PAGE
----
Ireland in the 1980s ‘lost interest in people like me’
Wild Geese: Hugh O’Donnell, Bermuda
Hugh O’Donnell is founder and chief executive of Bermuda Brokers.
Hugh O’Donnell left Ireland in 1984 a week after turning 20. Having left school at 16, and after a bachelor of commerce (BComm) in UCD, the Gorey native spent three years in London completing his accountancy exams and met his wife there. He landed in Bermuda at 23 and has lived there since.
Over the past 30 years, the Atlantic Ocean island has become a hub of the insurance and reinsurance industries through low taxes, flexible regulation and access to the United States. It has long lured the young and numerate, and O’Donnell was one of them.
“My children were born here. They would consider themselves Bermudian with a strong English connection and a half-assed Irish connection, which drives me mad.”
O’Donnell moved into insurance and reinsurance – when a company he worked for laid everyone off, a generous package spurred him to strike out on his own. He is now founder and chief executive of Bermuda Brokers.
“I persuade reinsurance companies to invest in small businesses so that they can sell insurance,” says O’Donnell. “They don’t invest cash, they give them the ability to take risk, underwriting capacity. They are called an MGA and it’s a very common business model in North America. But my children tell everyone I’m an international assassin because it’s easier.”
Clients are in Europe and Latin America, but mostly in the US. “One of my clients – I am very proud of them – they developed a very good technology for writing homeowners’ insurance. I was able to help them get into business and now they write $200 million a year of homeowners’ premiums.”
Make business happen
He praises the Bermuda Monetary Authority for its willingness to listen to those trying to make business happen.
“The regulatory system here is designed to take the time to meet people so that they can really get the facts before they make a decision as opposed to other places where it feels like it’s one-size-fits-all regulation. That’s just no way to make business happen. If you use a hammer to crack a nut, you don’t end up with anything you can eat.”
He describes the Bermudian business community as “tight-knit, friendly and highly educated”. He says while his effective tax rate is about 20 per cent, the cost of living is extremely expensive. “There are hidden taxes at every level. The cost of living is perhaps more manageable in Ireland, but you have less income in your pocket. Here, you have to earn a great deal to get by.”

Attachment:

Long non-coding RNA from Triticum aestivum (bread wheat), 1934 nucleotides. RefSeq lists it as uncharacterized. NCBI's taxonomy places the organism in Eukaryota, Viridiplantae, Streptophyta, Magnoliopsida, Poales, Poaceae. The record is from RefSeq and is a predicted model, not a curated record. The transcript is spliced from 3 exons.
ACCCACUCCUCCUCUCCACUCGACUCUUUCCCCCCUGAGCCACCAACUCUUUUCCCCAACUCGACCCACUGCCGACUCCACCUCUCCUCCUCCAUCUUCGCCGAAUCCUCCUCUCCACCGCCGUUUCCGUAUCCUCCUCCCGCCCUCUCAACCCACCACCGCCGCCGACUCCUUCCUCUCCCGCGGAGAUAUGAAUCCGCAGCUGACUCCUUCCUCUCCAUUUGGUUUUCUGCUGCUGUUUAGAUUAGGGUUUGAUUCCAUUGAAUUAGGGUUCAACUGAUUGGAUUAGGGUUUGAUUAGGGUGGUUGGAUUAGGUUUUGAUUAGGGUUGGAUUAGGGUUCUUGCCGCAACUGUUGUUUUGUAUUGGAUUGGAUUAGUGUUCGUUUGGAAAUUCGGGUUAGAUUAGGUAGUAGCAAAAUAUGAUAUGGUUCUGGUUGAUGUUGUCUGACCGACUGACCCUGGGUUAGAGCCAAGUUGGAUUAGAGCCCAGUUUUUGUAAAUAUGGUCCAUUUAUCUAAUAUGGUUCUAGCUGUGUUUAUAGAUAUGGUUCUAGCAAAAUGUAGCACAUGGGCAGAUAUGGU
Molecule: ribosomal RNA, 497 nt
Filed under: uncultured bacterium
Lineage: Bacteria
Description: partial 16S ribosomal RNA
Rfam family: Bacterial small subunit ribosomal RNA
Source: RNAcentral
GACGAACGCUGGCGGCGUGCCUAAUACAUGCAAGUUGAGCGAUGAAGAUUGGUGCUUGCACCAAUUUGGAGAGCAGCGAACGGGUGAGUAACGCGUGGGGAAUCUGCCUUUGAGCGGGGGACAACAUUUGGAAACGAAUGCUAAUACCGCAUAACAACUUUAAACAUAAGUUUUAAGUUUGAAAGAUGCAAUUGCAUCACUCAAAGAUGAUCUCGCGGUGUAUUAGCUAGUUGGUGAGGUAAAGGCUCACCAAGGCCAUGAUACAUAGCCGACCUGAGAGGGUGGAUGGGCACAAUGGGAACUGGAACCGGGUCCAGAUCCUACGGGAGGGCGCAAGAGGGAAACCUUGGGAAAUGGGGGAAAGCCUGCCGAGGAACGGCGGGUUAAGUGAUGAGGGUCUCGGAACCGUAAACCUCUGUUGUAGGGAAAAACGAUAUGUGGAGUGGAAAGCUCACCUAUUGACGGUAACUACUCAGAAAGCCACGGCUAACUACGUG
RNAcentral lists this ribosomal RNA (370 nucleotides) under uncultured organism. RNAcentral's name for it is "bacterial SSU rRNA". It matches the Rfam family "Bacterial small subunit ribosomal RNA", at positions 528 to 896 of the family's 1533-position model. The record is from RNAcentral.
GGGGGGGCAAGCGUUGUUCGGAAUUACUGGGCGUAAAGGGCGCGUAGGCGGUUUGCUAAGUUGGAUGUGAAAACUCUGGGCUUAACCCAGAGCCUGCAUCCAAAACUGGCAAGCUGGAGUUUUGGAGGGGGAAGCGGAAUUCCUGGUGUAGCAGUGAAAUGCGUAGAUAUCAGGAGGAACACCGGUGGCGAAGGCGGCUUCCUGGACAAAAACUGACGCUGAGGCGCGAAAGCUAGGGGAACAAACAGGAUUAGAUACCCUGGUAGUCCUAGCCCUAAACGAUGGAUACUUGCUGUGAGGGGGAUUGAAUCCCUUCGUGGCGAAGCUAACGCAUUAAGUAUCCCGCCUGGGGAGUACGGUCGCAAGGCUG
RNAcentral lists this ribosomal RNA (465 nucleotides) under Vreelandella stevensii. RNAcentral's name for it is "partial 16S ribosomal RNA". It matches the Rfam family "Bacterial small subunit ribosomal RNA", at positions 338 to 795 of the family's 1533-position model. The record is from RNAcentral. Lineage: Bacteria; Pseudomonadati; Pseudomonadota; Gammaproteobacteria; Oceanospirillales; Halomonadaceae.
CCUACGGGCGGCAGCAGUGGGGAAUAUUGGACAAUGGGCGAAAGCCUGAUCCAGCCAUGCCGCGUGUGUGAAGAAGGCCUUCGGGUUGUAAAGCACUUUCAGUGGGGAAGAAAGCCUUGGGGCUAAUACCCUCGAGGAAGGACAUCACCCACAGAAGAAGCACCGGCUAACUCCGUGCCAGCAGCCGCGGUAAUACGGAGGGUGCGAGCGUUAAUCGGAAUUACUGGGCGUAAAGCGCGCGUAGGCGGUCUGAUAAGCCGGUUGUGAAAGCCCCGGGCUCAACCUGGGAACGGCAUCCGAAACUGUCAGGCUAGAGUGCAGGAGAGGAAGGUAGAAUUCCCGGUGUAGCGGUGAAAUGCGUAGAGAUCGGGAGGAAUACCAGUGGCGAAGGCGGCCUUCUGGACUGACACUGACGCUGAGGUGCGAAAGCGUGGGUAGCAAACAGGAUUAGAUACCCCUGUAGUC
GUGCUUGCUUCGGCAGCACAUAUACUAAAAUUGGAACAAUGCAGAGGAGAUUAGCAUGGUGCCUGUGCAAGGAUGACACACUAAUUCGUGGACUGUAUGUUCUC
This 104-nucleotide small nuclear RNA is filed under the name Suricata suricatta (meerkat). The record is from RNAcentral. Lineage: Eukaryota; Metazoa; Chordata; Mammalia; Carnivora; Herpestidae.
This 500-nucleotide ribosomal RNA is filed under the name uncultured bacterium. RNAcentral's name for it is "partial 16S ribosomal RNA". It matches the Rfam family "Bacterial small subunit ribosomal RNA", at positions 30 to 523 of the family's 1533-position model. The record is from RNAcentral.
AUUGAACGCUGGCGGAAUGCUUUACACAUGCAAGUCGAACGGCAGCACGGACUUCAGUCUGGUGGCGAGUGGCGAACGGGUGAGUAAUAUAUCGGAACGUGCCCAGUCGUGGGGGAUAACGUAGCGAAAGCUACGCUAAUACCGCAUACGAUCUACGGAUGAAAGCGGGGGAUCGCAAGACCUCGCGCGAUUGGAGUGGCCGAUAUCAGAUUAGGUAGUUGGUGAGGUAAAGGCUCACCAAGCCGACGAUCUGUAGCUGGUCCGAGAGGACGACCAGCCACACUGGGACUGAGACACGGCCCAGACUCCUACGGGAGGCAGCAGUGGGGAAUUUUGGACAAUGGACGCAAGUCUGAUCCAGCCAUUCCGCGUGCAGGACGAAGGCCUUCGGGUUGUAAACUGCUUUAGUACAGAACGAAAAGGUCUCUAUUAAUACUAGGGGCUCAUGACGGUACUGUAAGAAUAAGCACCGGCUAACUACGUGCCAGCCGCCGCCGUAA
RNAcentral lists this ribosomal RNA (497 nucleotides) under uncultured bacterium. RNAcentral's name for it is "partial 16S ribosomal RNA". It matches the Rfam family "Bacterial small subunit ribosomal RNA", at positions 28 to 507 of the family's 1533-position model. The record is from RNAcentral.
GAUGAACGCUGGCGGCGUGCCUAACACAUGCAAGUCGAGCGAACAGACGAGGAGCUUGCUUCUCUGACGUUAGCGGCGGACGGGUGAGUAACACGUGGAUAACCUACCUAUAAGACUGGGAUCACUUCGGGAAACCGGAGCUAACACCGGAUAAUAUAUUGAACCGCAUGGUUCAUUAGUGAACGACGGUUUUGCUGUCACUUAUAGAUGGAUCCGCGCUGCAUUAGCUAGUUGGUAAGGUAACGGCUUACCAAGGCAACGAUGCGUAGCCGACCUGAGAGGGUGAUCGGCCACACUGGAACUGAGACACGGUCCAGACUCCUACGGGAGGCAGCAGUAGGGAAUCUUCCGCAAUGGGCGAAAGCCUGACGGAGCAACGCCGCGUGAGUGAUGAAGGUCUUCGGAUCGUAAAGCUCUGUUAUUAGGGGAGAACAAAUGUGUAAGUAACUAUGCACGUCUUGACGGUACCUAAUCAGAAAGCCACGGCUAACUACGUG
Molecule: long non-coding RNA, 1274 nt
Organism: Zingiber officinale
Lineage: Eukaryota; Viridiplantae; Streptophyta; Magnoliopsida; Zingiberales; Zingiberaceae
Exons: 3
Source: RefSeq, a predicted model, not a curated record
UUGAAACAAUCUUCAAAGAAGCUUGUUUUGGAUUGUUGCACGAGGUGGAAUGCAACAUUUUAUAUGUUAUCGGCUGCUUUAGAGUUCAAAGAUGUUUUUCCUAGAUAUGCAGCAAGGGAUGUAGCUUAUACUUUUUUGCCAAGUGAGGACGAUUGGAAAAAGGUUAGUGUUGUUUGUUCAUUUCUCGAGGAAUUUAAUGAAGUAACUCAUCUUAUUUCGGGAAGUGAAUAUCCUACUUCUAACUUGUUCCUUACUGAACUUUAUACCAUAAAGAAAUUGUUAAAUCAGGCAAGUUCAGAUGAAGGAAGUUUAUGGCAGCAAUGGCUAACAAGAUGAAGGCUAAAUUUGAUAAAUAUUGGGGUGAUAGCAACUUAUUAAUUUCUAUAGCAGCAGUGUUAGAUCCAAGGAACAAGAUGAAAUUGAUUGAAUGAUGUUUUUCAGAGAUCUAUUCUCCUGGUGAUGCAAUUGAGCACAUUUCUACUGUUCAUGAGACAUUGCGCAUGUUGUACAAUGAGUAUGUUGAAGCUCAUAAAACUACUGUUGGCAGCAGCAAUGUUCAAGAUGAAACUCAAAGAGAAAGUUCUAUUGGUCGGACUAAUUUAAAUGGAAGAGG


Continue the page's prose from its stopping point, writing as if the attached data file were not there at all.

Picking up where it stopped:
Leaving Ireland in the 1980s didn’t feel like a choice, he says. Between 1985 and 1986 alone, the annual emigration figure was 31,000.
“It felt to me like you fell into one of three categories – you had a family business, you had connections so you could get a job or you were leaving. It felt like there was no realistic prospect of a job in Ireland.
“I feel very lucky. I feel life has been good to me, but I didn’t leave Ireland by choice,” says O’Donnell. “Having left, I felt the government at the time lost interest in people like me. There was no sense like there is now of a diaspora. We were nothing but steam being pushed out through a safety valve.”
Ireland gave the young at the time a great education he says, “but then basically forgot us. We left university, didn’t have a job and had to build everything overseas.
“Irish people are very good to each other, and little enough would have needed to be done to be a catalyst in these communities. We’ve all done a lot of connecting with each other overseas, but there was no particular reason this had to be put on our shoulders. We can do it in our 30s, but when we are in our 20s, it’s a lot to ask.
“If I was in government at the time, I’d be saying, do we have a responsibility to these people, what can the Irish embassies in London or New York do to help these people and what’s in it for us. We retain a sense of these people being part of our community.”
Ireland lost much more than it needed to, he says. With those who left, it could have retained more of a connection with some who would then have a much greater sense of obligation to Ireland.
“The IDA comes out to us now and says, ‘How can you help us do that?’ It feels very natural to do that, but why did they wait until five years ago, why weren’t they doing that in the 80s?”
He says “a fair number” of brokers in Bermuda are Irish. “It seems to be something we do rather well. I think the Irish are very good at talking to people. I think we genuinely like people or are interested in them. I think the Irish education system leads them to be good at what they do.”
Bermuda is small. At just 20 square miles with a population of 65,000, it can induce what he calls “rock fever”. The Covid-19 pandemic has seen him confined to the island for almost a year now. Ordinarily, he returns to Ireland to see family regularly. An upside is his children, two at university and one in school in the United Kingdom, are now all back studying from home.
“It’s both a curse and a blessing. They miss university, but it gives them a chance to meet their age group who would otherwise be away at different universities. A lot of kids leave here at 14.”
He describes the Bermudian government’s handling of the virus as “exceptional” with Bermudians having been “sensible”.
“My children are with me. It’s tough on them, but I feel safe. I can meet friends in a restaurant. I can do that because people can’t travel. Everyone is delighted to see you. No one is going anywhere.”